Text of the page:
Actress’ childhood dream comes true

SIBONGILE Mlambo, a United States-based Zimbabwean actress, seems to have hit a purple patch. Born and bred in Zimbabwe, Mlambo first appeared in the local film, Kini and Adams, while she was only 10.

BY FREEMAN MAKOPA

She had already started dreaming about Hollywood, which seemed like such a far-off place. Having bagged television credits including God Friended Me (CBS), Lost In Space (Netflix), Siren (Freeform), Dark/Web (Amazon), Macgyver (CBS), Teen Wolf (MTV) and Black Sails (Starz) while living in Los Angeles, she is now living her dream as she tells NewsDay Life & Style…

Breakthrough

I think one of my biggest breaks was when I worked on Black Sails in South Africa. I was based in Cape Town at the time and it was my first international series where I had more than a couple of lines. I actually had a meaty part. I prepared so much for my audition, I researched about the transatlantic slave trade and I remember going to the audition barefoot and sitting on the floor to really help me get into her state of mind. I loved playing my character, Eme, and her story. I ended up being on the show for four seasons. It really opened my eyes to what it’s like working on an American TV show and what possibilities were out there.

Movie experiences

While I do have more success in TV, some films I have starred in include Message from the King with Boseman (Black Panther), Under the Silver Lake with Andrew Garfield and Riley Keough, The Last Face directed by Sean Penn with Charlize Theron and Javier Bardem and as the fiery dancer, Ishani in Universal’s Honey 3. The latter was such a dream come true for me, especially since I have a background in dance. It was a lot of hard work learning all the choreography. Sometimes we would still be learning routines just before we had to shoot them. It was my first lead role in a feature film and I got to shoot it in South Africa surrounded by friends and family. It will always have a special place in my heart.

Africans in film

I do feel like the acting industry has grown. For example, when I first came to Los Angeles, I would hardly see African actresses at auditions specifically looking for Africans. Now, I can be at an audition in a room full of African actresses from around the world. There are so many more shows and movies with black leads and the number of opportunities has increased. Of course, there are still problems, it is not a perfect growth, but things have expanded nonetheless.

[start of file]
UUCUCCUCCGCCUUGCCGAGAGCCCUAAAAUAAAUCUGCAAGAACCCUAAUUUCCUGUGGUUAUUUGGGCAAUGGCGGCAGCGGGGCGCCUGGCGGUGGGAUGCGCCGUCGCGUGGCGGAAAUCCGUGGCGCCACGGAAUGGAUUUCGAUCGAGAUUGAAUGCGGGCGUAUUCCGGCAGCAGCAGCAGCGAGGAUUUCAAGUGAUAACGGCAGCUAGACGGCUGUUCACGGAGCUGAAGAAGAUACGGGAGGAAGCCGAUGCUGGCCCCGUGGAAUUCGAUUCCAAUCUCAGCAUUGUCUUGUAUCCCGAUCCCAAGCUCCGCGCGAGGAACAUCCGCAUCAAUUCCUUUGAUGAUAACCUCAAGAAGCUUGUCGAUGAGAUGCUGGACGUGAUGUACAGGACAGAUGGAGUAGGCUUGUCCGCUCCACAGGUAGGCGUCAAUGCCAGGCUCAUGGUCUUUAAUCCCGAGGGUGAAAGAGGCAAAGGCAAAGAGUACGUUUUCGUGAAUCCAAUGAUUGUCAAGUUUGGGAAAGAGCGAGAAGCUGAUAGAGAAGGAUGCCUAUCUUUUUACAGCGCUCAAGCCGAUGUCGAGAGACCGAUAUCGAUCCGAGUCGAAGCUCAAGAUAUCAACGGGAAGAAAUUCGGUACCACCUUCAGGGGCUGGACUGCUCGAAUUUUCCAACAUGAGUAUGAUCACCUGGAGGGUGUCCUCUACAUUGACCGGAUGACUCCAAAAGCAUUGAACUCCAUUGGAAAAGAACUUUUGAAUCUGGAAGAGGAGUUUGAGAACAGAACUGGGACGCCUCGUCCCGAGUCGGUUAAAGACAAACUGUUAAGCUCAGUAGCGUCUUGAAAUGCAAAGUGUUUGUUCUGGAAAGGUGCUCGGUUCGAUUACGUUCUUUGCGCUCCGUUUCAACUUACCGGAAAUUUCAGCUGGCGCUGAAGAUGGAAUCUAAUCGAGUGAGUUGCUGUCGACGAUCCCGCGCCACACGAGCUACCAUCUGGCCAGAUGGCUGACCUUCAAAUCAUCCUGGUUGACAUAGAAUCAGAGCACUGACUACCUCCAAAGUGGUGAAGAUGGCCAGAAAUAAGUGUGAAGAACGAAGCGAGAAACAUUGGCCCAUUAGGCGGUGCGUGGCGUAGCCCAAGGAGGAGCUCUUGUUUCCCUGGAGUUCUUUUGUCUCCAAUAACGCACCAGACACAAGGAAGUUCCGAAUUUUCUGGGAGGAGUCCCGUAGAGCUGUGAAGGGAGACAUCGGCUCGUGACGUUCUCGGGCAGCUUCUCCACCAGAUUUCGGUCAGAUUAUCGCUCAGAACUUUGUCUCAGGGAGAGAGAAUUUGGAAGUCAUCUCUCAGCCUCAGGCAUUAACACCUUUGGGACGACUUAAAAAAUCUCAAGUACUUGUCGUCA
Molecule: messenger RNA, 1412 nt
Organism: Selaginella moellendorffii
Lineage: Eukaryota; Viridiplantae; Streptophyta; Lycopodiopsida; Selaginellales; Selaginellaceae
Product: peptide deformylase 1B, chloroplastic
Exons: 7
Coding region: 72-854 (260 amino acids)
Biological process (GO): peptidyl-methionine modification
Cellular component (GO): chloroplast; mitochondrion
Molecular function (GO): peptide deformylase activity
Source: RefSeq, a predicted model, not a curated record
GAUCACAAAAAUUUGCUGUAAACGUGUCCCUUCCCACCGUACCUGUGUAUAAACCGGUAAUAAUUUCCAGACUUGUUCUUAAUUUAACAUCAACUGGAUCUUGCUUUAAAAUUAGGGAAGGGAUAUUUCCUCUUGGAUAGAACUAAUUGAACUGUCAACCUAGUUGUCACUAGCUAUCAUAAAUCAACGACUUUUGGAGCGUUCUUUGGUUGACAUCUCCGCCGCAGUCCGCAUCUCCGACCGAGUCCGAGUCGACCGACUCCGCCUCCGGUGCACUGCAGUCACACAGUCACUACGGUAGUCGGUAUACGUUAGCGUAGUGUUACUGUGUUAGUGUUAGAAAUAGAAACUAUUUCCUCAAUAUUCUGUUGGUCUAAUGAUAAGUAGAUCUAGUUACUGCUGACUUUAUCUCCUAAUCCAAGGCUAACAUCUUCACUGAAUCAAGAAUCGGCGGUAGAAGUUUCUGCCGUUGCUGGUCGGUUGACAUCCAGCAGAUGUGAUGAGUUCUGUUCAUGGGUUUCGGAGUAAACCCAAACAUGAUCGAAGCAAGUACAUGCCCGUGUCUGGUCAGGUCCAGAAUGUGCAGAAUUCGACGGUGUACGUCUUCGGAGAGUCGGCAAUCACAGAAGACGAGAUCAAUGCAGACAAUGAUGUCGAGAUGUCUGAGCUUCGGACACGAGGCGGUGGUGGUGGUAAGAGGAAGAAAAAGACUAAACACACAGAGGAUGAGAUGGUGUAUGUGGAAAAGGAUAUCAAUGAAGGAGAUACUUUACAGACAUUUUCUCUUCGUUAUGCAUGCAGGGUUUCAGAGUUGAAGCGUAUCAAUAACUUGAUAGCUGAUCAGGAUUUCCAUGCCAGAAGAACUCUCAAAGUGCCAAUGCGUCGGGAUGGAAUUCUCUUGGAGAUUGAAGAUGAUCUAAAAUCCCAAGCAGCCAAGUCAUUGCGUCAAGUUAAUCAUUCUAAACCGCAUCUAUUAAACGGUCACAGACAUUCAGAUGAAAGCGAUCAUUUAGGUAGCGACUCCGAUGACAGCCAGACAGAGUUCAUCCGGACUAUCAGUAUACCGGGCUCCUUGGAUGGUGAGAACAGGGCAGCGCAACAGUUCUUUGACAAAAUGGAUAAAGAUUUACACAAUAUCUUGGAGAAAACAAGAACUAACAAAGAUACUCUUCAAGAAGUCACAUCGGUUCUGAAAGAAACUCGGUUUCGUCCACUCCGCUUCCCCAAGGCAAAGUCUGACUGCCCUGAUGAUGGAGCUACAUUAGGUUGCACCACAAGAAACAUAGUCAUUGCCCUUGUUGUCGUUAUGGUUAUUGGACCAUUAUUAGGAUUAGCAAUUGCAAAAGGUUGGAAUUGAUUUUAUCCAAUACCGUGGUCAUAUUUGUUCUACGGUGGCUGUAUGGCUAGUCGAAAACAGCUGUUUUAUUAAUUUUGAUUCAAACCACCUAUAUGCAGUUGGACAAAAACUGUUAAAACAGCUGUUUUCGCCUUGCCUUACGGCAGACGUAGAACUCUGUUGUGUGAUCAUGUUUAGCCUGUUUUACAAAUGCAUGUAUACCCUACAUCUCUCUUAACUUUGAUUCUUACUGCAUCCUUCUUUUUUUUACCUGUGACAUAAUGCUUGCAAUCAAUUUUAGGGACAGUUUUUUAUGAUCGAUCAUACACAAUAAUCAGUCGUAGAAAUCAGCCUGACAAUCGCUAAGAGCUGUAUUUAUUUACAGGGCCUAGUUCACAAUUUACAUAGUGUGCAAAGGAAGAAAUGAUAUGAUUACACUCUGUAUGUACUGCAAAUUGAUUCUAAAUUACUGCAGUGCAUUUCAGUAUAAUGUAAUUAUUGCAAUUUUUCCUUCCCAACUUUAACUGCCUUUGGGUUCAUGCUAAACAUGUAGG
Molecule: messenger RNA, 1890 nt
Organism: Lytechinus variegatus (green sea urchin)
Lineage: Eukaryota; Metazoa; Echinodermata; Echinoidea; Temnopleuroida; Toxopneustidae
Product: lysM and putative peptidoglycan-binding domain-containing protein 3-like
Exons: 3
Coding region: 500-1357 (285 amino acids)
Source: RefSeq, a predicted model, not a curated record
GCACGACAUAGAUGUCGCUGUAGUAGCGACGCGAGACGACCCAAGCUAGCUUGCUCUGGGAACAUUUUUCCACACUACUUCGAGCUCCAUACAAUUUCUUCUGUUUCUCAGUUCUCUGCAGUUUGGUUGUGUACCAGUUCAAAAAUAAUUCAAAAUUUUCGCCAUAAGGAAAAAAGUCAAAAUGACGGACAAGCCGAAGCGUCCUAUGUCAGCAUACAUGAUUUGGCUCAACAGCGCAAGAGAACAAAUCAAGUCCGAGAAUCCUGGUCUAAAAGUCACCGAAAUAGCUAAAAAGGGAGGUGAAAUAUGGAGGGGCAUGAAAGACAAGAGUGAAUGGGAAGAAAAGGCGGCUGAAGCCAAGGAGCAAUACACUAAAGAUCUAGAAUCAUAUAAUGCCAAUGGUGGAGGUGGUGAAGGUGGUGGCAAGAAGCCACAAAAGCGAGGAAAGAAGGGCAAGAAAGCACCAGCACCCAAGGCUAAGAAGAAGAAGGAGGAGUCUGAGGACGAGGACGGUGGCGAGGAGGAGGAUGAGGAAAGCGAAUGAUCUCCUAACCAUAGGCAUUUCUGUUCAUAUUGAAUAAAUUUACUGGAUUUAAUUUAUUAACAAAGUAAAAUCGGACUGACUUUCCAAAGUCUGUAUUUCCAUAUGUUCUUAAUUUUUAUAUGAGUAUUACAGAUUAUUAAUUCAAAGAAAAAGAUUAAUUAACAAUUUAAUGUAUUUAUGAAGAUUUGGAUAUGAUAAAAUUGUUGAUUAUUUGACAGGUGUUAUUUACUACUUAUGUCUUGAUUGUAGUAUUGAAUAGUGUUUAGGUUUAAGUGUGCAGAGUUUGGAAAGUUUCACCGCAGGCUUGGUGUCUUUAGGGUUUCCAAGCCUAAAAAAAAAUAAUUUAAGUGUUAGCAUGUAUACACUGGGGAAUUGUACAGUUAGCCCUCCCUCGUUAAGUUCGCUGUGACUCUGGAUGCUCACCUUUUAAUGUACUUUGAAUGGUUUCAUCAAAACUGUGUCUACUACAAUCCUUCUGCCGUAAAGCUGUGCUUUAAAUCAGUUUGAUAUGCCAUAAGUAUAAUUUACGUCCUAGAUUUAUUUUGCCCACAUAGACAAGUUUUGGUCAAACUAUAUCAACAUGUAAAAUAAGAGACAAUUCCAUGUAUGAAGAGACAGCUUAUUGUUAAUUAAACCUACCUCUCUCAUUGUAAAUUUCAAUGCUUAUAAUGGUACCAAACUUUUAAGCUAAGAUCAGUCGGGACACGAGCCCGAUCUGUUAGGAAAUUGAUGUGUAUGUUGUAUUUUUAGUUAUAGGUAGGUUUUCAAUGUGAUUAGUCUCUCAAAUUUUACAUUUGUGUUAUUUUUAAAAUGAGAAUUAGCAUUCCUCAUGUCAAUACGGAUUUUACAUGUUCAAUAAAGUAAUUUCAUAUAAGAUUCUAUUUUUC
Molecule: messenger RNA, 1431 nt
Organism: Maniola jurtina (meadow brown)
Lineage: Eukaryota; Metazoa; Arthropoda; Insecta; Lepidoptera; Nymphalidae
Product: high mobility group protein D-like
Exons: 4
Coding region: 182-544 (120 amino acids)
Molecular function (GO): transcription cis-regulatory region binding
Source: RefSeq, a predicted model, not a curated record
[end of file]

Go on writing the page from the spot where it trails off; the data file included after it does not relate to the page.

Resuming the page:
Challenges

Despite reaching certain milestones or levels of success, many creatives can attest to experiencing moments of self doubt and imposter syndrome that can erode one’s self esteem. This is something I have experienced and continue to overcome day by day. As much as I can, I try to take care of my mental, emotional and physical health and focus on my own goals and what’s important.

Uniqueness

I think one of the best ways to stand out in Hollywood is by being yourself and embracing what makes you unique. The first film I booked in Los Angeles was as a girl from Cape Town, Bianca, who gets murdered in LA. Her brother, played by Boseman, comes from South Africa to find out what happened to her. When I auditioned for the film, I was visiting Los Angeles for a week and would be flying back to Cape Town the next day. I made the script my own by adding some words in Xhosa that I knew Americans probably didn’t know. I think that brought more authenticity to the role and in the end, after weeks of agonising, I booked it.

Film inspiration

My first memory of acting was for fun as a little girl at my grandfather’s house. My cousins, siblings and I would put on performances during the holidays. I then watched my sister play Tamari in Everyone’s Child at Avondale Movie Theatre. I was captivated by her performance and that drove me to my first role in the film Kini and Adams, starring Vusi Kunene, Nthathi Moshesh and John Kani.

Current projects

I am currently starring in a guest role on Lovecraft Country which just premiered on HBO here in the US. It’s written by Misha Green and produced by JJ Abrams & Jordan Peele. I really admire women like Issa Rae and Michaela Coel who took their careers into their own hands and created their own work. I’d love to do the same and have a full slate of original work someday.

Future plans

I’m in talks with one of the programme coordinators of the European Film Festival in Zimbabwe that will be held later this year. I will be teaching a masterclass and serving as part of the jury to judge short films by local filmmakers in competition at the festival.

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